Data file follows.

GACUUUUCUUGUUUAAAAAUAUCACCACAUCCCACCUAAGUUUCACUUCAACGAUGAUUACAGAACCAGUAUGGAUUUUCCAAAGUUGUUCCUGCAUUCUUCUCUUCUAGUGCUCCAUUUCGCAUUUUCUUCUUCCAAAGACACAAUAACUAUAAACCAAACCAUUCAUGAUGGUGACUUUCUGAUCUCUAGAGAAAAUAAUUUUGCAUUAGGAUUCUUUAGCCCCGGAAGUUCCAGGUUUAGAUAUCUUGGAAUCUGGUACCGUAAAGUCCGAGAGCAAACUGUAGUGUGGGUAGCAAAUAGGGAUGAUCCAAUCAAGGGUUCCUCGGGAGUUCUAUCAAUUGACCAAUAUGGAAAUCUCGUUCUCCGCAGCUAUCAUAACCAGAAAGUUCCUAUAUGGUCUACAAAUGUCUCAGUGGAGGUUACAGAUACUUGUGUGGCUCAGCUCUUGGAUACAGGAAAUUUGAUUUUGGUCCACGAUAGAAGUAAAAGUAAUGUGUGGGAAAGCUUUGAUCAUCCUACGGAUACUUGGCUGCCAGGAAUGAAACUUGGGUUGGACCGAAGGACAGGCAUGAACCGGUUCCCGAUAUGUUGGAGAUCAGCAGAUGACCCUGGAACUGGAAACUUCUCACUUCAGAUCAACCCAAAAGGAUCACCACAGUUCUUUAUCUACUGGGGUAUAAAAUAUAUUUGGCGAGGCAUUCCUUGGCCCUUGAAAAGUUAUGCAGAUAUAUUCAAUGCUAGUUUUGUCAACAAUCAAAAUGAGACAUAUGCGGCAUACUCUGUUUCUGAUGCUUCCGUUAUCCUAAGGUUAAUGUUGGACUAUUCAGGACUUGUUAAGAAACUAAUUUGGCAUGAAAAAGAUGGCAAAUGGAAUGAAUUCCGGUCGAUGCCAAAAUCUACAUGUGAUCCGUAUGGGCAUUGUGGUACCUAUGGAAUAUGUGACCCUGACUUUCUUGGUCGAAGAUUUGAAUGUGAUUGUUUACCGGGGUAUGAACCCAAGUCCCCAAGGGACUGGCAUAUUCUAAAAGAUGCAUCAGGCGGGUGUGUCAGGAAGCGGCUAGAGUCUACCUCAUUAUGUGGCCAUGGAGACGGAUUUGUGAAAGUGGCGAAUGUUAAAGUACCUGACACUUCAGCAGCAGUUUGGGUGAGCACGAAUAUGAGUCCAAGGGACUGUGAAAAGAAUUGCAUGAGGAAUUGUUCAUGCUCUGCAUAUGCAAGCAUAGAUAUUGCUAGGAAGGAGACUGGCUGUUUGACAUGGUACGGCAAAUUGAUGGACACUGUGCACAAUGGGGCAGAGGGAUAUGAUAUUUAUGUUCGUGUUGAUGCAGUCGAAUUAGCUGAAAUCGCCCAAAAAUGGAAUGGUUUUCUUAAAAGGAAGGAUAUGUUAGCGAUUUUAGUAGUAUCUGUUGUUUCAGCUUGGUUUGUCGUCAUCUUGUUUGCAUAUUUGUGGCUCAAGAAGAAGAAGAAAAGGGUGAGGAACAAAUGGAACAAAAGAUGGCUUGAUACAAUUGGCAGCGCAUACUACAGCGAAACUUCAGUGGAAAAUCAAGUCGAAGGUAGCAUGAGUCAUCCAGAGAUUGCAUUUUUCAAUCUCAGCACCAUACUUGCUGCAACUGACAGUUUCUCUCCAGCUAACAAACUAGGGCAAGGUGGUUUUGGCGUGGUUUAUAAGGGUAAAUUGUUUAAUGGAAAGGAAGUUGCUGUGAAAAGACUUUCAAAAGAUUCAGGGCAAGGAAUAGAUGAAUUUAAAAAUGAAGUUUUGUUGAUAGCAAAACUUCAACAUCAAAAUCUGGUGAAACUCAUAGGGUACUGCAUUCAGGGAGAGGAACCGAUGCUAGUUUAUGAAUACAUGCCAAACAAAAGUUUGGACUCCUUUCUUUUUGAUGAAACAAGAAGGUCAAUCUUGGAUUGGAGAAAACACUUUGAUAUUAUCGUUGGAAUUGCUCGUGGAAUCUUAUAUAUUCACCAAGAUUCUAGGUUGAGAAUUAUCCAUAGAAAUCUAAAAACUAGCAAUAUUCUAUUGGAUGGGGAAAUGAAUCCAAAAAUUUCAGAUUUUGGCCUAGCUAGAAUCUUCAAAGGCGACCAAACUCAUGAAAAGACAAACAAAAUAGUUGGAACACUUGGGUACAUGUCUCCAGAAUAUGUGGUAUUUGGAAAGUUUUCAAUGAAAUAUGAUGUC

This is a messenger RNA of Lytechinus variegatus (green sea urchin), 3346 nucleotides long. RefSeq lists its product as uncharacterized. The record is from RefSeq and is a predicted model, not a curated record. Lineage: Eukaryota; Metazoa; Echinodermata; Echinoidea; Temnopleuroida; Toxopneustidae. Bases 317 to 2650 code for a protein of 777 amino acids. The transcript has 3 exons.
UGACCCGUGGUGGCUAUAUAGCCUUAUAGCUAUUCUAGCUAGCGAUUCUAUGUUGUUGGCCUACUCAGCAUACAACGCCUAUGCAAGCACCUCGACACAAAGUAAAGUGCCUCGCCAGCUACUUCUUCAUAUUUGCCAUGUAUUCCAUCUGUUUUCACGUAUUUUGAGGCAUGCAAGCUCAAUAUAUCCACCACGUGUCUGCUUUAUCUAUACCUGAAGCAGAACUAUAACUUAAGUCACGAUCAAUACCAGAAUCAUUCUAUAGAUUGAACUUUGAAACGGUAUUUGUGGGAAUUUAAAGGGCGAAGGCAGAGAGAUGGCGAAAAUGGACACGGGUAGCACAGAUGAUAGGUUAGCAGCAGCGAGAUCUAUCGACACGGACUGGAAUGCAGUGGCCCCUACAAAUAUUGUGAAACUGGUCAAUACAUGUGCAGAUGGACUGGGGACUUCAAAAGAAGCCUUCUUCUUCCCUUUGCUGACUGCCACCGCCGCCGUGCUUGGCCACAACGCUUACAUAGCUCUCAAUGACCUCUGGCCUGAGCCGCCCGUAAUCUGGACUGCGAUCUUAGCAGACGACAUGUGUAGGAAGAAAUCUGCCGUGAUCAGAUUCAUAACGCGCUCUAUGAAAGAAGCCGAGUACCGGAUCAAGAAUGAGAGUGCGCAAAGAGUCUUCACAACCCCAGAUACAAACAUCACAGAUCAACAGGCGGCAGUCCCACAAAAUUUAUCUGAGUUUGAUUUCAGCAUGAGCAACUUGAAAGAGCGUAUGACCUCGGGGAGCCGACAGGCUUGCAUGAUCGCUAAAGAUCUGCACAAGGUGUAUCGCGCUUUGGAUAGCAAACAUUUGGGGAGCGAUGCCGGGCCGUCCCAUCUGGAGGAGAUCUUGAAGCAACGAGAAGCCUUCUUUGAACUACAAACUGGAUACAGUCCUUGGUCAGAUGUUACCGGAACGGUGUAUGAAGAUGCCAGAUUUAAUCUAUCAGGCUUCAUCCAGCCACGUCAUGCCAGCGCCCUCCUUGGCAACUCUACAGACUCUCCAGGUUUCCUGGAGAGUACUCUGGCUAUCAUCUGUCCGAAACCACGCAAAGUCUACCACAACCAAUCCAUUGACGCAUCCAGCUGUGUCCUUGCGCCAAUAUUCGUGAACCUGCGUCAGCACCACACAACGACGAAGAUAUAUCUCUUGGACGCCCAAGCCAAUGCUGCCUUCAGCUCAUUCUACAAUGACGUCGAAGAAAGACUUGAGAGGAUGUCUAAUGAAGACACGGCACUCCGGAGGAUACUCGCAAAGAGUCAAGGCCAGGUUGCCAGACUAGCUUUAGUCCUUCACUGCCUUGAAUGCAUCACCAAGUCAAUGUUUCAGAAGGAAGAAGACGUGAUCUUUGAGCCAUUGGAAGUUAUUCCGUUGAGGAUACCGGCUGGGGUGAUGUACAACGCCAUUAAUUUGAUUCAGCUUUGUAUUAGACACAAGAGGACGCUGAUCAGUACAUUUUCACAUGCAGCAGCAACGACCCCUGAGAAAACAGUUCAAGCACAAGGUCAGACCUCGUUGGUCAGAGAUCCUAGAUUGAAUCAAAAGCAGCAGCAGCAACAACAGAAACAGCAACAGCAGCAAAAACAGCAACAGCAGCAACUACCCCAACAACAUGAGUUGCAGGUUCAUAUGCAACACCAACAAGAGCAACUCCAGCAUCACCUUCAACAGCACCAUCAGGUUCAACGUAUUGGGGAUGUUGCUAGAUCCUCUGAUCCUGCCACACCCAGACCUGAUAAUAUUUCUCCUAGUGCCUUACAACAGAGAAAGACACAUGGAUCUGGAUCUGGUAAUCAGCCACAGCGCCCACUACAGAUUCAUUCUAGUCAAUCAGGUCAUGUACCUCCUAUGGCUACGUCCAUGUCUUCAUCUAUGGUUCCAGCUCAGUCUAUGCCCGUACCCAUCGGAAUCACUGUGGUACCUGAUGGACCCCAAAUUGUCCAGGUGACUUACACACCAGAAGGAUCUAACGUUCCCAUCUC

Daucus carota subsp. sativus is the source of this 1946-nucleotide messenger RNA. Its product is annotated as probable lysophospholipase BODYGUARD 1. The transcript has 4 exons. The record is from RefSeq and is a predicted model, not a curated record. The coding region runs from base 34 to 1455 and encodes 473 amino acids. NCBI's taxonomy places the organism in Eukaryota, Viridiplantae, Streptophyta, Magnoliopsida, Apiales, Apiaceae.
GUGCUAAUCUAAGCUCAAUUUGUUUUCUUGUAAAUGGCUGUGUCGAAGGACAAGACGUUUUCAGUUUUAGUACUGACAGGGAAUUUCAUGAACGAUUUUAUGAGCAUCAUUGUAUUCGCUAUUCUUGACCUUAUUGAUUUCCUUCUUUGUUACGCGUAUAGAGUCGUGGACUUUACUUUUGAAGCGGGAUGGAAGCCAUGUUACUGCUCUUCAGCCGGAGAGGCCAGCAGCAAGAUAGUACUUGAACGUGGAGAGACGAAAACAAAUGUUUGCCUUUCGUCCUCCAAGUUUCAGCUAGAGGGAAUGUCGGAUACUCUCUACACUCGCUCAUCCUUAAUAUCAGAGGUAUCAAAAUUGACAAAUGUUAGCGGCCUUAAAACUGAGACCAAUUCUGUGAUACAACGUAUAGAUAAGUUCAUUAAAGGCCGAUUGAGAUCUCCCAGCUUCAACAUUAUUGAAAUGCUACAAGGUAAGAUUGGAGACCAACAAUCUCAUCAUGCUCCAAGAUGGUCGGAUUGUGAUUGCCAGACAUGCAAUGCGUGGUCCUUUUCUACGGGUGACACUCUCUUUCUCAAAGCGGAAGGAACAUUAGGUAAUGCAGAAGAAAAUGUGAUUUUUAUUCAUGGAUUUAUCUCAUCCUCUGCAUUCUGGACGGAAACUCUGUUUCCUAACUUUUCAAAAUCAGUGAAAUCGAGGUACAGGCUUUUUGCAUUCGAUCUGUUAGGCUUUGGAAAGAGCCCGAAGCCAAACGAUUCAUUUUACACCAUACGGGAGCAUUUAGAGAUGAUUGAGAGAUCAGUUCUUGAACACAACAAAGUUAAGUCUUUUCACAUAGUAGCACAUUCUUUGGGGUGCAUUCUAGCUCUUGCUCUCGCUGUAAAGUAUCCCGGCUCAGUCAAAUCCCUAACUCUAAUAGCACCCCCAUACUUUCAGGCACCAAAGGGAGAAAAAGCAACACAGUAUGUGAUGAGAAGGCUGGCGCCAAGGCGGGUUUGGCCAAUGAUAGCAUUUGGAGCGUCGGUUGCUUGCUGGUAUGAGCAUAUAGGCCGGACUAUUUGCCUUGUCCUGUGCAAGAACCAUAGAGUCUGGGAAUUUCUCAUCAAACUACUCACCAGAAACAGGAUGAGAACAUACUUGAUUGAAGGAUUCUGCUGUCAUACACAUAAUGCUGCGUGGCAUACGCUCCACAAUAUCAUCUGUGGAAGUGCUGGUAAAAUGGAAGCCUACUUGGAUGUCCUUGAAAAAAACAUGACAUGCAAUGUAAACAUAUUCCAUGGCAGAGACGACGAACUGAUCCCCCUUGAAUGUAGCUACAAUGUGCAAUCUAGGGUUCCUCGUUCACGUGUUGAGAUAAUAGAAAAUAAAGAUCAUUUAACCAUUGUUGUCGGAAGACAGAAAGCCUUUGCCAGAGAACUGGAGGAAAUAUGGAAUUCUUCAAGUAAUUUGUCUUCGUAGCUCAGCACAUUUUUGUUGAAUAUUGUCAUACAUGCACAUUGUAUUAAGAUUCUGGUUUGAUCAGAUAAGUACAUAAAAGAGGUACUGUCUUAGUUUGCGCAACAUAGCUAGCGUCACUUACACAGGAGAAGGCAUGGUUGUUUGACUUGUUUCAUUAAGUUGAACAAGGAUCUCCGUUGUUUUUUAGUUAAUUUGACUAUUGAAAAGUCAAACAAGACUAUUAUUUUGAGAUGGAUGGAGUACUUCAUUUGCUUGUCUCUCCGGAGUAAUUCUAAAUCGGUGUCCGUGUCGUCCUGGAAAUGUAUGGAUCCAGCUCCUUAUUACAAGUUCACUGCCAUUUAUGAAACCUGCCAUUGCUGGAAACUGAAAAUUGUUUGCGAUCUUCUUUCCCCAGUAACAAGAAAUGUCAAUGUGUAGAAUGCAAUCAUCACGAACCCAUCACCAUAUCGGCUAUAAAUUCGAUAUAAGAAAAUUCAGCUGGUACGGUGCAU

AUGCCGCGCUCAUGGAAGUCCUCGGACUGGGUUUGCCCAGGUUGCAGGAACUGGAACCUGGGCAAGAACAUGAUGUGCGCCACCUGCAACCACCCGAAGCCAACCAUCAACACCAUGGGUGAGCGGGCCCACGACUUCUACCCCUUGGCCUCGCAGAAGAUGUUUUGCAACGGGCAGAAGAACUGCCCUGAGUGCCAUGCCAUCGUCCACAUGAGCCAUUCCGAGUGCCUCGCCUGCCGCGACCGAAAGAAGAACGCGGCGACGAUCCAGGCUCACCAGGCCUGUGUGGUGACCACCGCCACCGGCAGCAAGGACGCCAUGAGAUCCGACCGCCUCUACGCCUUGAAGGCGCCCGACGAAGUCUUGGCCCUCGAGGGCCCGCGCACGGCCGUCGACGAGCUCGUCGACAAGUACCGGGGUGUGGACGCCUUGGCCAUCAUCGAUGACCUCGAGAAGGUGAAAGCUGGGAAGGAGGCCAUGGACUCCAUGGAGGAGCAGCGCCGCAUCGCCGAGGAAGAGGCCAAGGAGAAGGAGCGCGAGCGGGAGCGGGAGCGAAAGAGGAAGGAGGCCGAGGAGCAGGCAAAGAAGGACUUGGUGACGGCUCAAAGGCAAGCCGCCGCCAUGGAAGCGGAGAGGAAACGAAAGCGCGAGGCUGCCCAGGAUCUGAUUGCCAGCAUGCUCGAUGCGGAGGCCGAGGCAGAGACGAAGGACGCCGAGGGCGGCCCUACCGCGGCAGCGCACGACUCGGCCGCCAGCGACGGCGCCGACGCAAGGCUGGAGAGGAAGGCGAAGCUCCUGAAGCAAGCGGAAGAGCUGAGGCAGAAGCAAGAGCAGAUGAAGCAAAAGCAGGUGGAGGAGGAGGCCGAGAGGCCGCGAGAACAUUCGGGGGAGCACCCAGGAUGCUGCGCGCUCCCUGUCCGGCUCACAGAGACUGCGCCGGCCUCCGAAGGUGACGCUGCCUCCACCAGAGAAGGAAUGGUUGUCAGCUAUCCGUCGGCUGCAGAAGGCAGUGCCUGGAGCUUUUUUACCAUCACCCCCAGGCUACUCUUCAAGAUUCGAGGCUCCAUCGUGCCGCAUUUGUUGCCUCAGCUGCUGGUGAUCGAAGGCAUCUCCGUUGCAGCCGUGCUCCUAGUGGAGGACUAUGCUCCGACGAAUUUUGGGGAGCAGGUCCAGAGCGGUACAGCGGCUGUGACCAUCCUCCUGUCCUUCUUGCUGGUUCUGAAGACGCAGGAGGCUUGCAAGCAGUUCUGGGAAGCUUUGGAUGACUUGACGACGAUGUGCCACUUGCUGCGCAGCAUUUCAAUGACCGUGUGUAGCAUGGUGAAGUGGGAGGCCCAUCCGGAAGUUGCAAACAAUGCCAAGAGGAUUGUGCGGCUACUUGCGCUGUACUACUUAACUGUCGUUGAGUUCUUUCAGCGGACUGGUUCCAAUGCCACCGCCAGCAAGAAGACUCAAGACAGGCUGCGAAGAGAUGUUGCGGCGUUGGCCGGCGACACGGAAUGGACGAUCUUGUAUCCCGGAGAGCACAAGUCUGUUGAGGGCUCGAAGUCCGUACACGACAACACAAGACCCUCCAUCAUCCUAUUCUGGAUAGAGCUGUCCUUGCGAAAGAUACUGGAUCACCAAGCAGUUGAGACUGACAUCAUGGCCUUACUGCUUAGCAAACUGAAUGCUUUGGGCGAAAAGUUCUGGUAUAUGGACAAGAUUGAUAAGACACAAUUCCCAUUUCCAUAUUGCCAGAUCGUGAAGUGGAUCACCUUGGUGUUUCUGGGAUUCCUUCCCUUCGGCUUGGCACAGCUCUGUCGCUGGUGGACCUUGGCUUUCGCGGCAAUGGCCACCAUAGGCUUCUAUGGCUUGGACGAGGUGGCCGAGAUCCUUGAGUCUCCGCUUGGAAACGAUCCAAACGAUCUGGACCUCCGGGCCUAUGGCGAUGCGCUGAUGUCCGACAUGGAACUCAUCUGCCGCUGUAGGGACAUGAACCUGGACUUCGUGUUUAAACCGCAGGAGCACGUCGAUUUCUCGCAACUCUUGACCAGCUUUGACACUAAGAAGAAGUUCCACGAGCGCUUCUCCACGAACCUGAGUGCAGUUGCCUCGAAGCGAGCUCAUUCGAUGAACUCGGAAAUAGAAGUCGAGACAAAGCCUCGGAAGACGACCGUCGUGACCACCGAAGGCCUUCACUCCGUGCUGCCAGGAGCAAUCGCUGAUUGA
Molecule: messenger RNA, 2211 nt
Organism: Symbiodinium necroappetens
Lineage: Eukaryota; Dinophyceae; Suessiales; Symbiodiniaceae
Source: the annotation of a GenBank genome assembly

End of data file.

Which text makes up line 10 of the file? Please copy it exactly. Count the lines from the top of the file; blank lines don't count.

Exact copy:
Source: the annotation of a GenBank genome assembly